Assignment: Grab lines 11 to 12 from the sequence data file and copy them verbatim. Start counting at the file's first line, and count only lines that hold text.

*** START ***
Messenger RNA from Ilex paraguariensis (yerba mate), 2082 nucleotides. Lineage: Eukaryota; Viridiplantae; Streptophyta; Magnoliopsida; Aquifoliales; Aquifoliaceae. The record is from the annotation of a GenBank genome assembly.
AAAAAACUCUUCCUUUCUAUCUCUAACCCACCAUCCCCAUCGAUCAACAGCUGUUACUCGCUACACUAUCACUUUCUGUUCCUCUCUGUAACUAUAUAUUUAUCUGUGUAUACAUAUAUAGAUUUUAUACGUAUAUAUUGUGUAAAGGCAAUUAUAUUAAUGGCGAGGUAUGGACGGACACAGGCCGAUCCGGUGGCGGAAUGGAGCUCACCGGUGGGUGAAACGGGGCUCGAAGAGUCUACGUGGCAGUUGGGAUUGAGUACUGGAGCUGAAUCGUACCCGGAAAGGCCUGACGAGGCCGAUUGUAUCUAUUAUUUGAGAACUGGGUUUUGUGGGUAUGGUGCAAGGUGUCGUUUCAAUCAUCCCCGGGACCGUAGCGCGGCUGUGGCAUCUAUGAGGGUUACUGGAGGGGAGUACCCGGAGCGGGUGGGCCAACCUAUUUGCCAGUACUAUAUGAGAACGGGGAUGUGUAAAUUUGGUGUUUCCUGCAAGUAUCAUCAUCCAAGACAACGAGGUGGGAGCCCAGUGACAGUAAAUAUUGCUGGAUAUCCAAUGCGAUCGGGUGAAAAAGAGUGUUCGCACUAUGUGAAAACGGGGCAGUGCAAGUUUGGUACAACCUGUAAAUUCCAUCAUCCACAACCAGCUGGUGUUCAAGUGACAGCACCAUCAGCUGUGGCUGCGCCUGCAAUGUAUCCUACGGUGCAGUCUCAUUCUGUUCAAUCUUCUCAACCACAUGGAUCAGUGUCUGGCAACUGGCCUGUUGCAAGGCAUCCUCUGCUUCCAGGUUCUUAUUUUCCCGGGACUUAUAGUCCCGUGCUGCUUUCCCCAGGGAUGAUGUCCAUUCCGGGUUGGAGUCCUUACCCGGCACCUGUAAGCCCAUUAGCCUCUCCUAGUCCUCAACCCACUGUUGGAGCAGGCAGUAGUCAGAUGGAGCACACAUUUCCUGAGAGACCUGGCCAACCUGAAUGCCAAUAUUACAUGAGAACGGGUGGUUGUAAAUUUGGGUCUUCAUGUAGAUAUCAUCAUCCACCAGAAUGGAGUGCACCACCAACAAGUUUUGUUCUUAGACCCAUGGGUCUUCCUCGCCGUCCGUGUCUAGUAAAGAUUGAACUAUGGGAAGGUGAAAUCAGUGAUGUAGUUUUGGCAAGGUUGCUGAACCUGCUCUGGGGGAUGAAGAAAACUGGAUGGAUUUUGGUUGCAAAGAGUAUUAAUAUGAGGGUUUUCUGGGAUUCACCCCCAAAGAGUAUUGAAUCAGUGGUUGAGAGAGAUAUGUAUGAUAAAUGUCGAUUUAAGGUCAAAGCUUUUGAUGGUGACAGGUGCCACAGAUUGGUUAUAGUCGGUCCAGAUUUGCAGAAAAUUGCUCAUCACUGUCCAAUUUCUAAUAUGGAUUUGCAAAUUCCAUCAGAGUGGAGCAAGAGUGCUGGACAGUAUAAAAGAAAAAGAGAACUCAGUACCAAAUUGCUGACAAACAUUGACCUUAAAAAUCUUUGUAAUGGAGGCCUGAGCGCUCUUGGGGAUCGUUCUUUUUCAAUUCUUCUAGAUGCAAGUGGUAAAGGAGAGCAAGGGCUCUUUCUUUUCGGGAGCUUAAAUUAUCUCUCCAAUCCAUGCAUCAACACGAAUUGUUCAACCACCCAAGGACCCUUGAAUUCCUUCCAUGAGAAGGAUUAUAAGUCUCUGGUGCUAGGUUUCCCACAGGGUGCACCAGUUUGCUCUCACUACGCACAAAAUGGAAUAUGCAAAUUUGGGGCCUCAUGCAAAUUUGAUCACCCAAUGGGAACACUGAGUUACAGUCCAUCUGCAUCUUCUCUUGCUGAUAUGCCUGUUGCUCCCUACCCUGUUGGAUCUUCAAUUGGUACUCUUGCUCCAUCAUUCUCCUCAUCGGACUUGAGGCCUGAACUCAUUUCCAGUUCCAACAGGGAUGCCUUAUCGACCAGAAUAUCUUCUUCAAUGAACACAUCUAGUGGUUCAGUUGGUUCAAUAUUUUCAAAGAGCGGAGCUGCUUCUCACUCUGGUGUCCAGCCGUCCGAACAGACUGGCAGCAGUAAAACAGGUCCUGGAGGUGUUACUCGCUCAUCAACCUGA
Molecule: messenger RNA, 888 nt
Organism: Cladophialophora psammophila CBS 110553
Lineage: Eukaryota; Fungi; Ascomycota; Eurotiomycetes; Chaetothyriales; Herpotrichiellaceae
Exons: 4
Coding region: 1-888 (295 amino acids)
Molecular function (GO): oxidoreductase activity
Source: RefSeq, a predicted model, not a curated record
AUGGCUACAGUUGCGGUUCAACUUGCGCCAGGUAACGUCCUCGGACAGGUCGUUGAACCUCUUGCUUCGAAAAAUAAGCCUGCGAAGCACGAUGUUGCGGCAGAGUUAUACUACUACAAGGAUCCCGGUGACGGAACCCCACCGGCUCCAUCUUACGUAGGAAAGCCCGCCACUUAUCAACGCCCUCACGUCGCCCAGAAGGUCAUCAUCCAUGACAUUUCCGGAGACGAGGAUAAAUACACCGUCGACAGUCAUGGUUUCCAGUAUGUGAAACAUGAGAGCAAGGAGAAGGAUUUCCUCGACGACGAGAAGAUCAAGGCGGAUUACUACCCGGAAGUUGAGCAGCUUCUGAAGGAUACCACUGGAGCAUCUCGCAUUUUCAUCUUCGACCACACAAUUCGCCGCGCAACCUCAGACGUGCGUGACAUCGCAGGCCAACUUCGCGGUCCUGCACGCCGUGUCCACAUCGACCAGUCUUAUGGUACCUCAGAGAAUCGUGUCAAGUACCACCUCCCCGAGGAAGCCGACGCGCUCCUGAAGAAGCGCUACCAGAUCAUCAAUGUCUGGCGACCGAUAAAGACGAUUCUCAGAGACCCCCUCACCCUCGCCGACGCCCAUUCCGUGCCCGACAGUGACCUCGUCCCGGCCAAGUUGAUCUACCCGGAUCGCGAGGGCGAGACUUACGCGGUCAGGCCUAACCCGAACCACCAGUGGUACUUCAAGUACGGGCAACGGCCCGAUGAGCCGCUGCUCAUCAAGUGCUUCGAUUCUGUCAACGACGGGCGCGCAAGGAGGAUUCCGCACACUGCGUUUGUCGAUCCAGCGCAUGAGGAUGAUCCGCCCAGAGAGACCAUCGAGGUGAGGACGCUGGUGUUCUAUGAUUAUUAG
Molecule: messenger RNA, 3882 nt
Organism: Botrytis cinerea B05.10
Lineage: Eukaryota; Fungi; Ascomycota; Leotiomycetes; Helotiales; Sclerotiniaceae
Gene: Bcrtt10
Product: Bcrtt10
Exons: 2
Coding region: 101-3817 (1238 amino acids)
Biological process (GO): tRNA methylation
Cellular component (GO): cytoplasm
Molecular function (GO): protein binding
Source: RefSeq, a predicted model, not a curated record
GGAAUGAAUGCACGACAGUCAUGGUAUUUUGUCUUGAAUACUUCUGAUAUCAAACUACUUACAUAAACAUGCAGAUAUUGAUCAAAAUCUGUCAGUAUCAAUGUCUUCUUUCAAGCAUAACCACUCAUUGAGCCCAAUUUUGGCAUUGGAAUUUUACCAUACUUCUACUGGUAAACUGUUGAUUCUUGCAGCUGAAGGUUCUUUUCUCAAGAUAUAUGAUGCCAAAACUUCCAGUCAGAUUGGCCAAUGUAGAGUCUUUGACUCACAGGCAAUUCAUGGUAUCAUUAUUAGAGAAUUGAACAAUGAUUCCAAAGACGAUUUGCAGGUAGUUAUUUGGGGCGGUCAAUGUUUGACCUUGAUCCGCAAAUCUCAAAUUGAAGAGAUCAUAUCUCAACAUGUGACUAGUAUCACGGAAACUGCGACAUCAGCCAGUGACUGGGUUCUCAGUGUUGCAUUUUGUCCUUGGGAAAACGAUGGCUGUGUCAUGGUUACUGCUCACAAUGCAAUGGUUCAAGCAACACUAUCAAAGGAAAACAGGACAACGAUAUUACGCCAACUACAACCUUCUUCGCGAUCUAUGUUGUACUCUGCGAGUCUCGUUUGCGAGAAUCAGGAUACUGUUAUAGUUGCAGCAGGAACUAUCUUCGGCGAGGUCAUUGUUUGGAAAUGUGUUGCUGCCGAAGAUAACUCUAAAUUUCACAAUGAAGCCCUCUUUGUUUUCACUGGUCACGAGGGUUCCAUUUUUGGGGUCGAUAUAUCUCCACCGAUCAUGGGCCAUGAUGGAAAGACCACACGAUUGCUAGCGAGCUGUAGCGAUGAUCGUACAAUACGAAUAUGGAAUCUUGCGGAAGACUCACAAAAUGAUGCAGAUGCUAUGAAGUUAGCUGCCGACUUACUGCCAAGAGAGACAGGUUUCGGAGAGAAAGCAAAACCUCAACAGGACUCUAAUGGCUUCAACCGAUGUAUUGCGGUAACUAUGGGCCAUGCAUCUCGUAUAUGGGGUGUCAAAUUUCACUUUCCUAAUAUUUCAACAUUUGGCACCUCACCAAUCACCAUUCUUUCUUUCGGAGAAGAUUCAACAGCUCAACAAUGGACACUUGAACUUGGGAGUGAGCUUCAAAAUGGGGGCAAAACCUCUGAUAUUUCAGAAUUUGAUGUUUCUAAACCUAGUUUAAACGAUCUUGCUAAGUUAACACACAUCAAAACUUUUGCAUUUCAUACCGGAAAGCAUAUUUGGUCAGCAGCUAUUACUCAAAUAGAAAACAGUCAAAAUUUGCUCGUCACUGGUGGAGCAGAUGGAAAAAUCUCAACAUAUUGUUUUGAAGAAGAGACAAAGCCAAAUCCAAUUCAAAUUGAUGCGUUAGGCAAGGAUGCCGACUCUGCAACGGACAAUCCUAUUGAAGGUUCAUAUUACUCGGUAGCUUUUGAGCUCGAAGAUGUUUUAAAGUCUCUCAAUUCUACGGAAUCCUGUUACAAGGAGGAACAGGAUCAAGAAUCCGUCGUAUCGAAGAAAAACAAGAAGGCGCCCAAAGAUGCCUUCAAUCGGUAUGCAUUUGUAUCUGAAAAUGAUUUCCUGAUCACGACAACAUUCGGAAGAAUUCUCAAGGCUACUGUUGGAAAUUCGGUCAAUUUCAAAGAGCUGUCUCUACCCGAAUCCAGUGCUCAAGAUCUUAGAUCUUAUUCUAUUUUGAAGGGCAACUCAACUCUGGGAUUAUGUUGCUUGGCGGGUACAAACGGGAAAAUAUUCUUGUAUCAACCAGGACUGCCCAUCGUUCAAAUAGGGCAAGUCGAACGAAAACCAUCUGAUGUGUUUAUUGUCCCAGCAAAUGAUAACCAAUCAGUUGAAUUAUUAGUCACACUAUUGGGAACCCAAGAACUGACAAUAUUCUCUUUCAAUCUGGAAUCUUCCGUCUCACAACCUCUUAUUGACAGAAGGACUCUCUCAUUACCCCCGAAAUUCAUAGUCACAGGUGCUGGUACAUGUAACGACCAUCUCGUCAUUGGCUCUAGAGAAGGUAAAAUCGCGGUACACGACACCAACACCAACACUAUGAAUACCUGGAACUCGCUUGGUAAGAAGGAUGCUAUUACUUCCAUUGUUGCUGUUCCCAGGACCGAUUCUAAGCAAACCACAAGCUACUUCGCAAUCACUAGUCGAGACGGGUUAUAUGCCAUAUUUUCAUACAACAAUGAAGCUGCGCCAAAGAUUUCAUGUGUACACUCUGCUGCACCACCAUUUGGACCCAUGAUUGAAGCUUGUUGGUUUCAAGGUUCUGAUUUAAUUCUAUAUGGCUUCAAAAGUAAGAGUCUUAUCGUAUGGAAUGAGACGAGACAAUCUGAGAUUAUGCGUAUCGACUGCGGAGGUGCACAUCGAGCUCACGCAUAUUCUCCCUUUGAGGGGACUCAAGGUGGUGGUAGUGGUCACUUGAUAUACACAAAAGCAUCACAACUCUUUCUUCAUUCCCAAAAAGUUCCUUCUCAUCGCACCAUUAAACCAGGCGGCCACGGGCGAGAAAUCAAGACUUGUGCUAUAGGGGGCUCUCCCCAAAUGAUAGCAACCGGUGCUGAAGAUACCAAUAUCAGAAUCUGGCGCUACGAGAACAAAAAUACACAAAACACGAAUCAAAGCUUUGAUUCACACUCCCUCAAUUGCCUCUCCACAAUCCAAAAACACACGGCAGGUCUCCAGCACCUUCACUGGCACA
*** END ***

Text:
Molecule: messenger RNA, 3882 nt
Organism: Botrytis cinerea B05.10